On the “Myth of Browsing” (American Libraries Magazine):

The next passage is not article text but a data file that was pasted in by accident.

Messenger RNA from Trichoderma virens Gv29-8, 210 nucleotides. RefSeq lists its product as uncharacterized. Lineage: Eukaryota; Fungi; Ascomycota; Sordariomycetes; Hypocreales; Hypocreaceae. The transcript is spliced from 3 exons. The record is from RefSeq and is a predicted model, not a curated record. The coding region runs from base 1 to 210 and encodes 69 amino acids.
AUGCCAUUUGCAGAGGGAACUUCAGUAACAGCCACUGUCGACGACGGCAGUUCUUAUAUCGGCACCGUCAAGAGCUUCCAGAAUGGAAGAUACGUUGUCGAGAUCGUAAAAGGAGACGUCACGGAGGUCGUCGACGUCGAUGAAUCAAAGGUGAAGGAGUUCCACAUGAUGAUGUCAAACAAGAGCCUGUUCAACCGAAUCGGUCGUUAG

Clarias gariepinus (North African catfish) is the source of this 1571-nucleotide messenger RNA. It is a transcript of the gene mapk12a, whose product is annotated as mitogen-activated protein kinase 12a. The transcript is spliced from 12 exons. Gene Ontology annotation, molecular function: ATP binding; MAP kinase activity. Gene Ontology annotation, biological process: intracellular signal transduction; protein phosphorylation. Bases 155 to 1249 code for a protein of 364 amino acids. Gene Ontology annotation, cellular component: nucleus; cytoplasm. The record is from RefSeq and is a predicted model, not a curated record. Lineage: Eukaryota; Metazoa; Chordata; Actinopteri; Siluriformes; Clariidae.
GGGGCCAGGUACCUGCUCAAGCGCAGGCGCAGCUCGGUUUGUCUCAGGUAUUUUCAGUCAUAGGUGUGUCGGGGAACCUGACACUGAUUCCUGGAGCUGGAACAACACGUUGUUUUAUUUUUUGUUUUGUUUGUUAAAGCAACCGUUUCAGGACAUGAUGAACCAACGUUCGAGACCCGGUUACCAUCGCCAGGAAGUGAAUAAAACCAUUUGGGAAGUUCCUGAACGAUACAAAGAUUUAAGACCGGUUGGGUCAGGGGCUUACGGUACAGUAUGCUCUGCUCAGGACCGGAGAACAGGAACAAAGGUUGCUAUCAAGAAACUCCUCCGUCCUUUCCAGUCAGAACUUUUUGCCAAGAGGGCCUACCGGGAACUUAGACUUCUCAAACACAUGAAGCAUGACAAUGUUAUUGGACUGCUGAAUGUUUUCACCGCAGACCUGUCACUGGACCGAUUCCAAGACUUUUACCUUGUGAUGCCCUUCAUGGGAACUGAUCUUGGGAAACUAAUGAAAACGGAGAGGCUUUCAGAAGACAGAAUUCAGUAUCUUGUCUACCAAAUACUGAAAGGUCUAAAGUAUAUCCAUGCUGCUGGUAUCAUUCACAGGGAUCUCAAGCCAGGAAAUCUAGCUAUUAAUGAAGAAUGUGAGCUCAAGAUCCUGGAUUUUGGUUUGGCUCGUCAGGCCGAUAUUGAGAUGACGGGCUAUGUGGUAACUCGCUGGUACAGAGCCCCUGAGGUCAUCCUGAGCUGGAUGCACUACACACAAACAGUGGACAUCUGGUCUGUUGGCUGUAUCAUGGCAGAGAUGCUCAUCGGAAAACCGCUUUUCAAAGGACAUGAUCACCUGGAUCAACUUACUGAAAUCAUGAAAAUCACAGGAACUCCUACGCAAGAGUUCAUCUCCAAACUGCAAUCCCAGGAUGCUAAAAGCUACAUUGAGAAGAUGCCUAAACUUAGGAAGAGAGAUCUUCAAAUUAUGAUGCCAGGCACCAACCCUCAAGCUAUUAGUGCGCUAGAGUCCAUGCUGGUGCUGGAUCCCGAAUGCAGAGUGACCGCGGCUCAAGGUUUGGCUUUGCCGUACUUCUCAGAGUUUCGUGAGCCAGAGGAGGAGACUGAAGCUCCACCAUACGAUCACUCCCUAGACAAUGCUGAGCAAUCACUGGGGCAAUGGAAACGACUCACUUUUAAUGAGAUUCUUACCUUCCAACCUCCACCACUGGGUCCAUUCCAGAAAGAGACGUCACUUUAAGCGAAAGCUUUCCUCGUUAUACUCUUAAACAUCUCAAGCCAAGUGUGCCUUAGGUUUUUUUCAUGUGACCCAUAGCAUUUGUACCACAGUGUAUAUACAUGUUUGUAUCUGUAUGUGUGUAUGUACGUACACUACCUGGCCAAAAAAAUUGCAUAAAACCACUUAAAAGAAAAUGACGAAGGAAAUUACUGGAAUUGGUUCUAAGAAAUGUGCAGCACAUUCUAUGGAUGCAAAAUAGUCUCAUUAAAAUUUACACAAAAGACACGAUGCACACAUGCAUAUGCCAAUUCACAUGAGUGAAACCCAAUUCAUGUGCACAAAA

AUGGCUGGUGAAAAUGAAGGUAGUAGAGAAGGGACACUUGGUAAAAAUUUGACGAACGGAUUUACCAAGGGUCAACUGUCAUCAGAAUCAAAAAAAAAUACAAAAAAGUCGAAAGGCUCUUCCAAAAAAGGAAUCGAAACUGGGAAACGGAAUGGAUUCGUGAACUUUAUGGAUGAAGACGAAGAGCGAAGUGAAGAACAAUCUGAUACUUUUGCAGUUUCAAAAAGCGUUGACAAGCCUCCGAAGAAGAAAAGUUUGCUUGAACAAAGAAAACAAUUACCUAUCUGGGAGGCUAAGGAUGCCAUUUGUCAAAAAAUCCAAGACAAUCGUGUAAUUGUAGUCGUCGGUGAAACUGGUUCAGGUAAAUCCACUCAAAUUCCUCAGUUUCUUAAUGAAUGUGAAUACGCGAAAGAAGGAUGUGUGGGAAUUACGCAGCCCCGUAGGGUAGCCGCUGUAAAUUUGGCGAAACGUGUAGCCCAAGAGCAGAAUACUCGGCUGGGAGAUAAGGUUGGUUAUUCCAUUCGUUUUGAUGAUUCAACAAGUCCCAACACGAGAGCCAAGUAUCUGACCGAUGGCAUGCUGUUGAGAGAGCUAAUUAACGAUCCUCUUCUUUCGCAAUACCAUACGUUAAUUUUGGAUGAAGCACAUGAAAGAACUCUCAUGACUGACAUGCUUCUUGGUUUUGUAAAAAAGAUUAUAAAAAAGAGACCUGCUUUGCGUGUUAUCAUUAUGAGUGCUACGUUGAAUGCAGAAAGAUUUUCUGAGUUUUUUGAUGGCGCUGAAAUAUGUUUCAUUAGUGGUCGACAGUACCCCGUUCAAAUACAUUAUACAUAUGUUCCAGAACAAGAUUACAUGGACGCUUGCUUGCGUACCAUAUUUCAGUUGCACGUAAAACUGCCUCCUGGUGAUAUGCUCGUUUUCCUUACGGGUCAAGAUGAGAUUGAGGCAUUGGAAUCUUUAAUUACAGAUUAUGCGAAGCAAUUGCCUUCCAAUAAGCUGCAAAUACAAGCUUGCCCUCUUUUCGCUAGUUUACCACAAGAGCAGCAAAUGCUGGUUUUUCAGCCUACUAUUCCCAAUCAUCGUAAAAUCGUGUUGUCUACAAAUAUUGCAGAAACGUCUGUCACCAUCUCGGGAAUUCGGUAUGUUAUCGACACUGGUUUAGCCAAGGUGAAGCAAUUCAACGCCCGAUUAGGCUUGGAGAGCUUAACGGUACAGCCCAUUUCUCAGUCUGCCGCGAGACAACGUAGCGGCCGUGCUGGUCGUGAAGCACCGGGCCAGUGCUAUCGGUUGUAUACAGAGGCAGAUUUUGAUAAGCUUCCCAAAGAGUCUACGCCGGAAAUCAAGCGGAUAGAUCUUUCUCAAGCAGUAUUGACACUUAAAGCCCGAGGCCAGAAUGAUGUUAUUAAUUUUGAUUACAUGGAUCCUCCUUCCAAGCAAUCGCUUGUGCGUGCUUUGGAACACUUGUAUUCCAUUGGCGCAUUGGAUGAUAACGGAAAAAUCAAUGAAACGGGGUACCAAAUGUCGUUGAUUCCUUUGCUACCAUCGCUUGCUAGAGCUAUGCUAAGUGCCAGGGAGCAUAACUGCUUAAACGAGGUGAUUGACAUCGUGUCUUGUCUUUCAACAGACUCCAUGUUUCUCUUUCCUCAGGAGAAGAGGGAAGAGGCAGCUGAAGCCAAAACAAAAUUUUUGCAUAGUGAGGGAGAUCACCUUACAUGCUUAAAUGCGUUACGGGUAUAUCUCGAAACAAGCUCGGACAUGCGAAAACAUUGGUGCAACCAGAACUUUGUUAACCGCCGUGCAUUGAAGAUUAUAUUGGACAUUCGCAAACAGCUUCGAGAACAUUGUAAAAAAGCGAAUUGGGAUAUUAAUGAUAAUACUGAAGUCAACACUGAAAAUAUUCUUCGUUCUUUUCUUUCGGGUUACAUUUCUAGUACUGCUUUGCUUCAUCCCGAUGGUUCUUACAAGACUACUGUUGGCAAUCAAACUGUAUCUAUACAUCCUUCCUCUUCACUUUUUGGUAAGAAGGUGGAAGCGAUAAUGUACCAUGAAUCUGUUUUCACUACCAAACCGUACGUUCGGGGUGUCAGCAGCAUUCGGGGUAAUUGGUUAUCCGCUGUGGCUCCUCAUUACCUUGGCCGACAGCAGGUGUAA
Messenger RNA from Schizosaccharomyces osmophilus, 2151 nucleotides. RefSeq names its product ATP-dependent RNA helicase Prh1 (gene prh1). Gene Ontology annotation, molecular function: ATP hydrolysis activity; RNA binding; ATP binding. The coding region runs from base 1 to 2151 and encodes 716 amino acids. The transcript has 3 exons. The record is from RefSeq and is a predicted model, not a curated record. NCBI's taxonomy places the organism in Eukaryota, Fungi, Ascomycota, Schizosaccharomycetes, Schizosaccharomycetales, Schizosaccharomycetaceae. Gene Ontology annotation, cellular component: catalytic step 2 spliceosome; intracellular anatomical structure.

Image: A student in the stacks (Princeton, circa 1970)Although today’s academic library users may feel that browsing is an ancient scholarly right, the practice is in fact no older than the baby-boomer faculty who so often lead the charge to keep books on campus. Prior to the Second World War, the typical academic library was neither designed nor managed to support the browsing of collections. At best, faculty might be allowed to browse, but it was the rare academic library that allowed undergraduates into the stacks. To this day academic-library special collections—real treasure troves for scholars in the letters and humanitie [sic]—remain entirely closed to browsing.